All That Is Not Eternal

In the last chapter of The Four Loves, C.S. Lewis writes about Charity. He begins the chapter with this statement: “The natural loves are not self-sufficient. Something else…must come to the help of the mere feeling if the feeling is to be kept sweet” (116). At first this Something else is “vaguely described as ‘decency and common sense,’ but later revealed as goodness, and finally as the whole Christian life in one particular relation” (116). This “something else” is Charity—the love of God which, according to Lewis, shines brightest when contrasted against its rivals—the natural loves of Affection, Friendship and Eros.

Love means risk. Lewis is both grave and joyful when he declares: “To love at all is to be vulnerable. Love anything and your heart will certainly be wrung and possibly be broken” (121). Charity loves despite the risk of injury. It cannot go about insulated. It must be vulnerable to the slings and arrows of outrageous fortune. Charity dares to let its future depend on something that may be lost. In a memorable phrase, Lewis observes that, “The only place outside Heaven where you can be perfectly safe from all dangers and perturbations of love is Hell” (121). Surely the life and work of Jesus Christ exemplifies a love that does not play it safe. Says Lewis, “Christ did not teach and suffer that we might become, even in the natural loves, more careful of our own happiness.” Rather Christ taught us to love our “earthly beloveds” … without calculation (122). In this way we are prepared to love God, whom we cannot see with the same lack of calculation. “We shall draw nearer to God, not by trying to avoid the sufferings inherent in our lives, but by accepting them and offering them to Him; throwing away all defensive armor” (122).

If Charity makes any calculation at all it is this: if by loving without calculation we can approach (by practice) the love of God and by loving so He ordains that our heart needs to be wrung and possibly broken, then let so be it. All the natural loves are rivals to Charity in the sense they are all capable of being excessive. Here Lewis observes, “it is the smallness of our love for God, not the greatness of our love for the man, that constitutes the inordinacy” (122). So the issue is not so much that we love God or our earthly Beloved “more,” as much as it is “which do you serve, or choose, or put first?” (122-23).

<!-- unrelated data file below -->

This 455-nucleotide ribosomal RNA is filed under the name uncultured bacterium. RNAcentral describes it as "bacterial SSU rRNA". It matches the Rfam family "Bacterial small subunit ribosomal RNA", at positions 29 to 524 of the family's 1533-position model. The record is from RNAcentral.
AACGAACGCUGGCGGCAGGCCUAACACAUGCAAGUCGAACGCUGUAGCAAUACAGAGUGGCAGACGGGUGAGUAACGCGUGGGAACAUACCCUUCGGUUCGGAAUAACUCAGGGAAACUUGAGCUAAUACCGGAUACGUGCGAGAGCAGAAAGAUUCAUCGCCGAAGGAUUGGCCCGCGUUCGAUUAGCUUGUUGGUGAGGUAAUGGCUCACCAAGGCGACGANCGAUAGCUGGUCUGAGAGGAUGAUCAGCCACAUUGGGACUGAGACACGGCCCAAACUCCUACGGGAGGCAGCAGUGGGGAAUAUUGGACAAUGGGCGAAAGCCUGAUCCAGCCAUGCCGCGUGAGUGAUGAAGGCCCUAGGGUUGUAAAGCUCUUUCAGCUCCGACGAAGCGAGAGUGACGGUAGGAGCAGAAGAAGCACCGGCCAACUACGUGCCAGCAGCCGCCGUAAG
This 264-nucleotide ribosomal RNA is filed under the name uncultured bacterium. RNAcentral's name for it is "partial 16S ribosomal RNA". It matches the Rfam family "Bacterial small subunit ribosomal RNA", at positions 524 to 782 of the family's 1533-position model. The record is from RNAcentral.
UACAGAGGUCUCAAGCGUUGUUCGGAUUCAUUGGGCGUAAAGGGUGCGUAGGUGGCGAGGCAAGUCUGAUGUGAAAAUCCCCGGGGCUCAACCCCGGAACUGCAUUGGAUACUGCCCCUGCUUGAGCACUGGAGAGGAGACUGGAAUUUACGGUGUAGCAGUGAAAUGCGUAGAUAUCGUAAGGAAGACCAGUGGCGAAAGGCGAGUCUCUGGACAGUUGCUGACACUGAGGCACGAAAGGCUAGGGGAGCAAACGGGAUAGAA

This leads to Lewis’ exposition of Luke 14.26 where Jesus says, “If anyone comes to me and does not hate his own father and mother and wife and children and brothers and sisters, yes, and even his own life, he cannot be my disciple.” Lewis’ interest lies in an analysis of the word “hate.” “To hate,” states Lewis, “is to reject, to set one’s face against, to make no concession to, the Beloved when the Beloved utters, however sweetly and however pitiably, the suggestions of the Devil” (123). Jesus himself declared no one can serve two masters for she will hate the one and love the other. There is no middle ground for equivocation. It is either “adhere to, consent to, work for” God or work for money. To love God requires that we “turn down or disqualify our nearest and dearest when they come between us and our obedience to God” (124).

However, the difficulty here lies not so much in making the choice between “our nearest and dearest” and “our obedience to God,” as it is to know when such a choice must be made. It is here where the natural loves interfere. They meddle, partly out of sentiment, partly out of concern not to offend, and partly out of the fear of loss. Whatever the reason, it is when cast in the light of Charity’s glory, that we see flaws heretofore unseen in the natural loves.

The following statement is the clearest expression of Lewis’s theology of love:

“We begin at the real beginning, with love as the Divine energy. This primal love is Gift-love. In God there is no hunger that needs to be filled, only plenteousness that desires to give. The doctrine that God was under no necessity to create is not a piece of dry scholastic speculation. It is essential.” (126)

The self-sufficiency of God is what sets His love apart from the natural loves. “God, who needs nothing, loves into existence wholly superfluous creatures in order that He may love and perfect them” (127). One characteristic of God’s love is grace.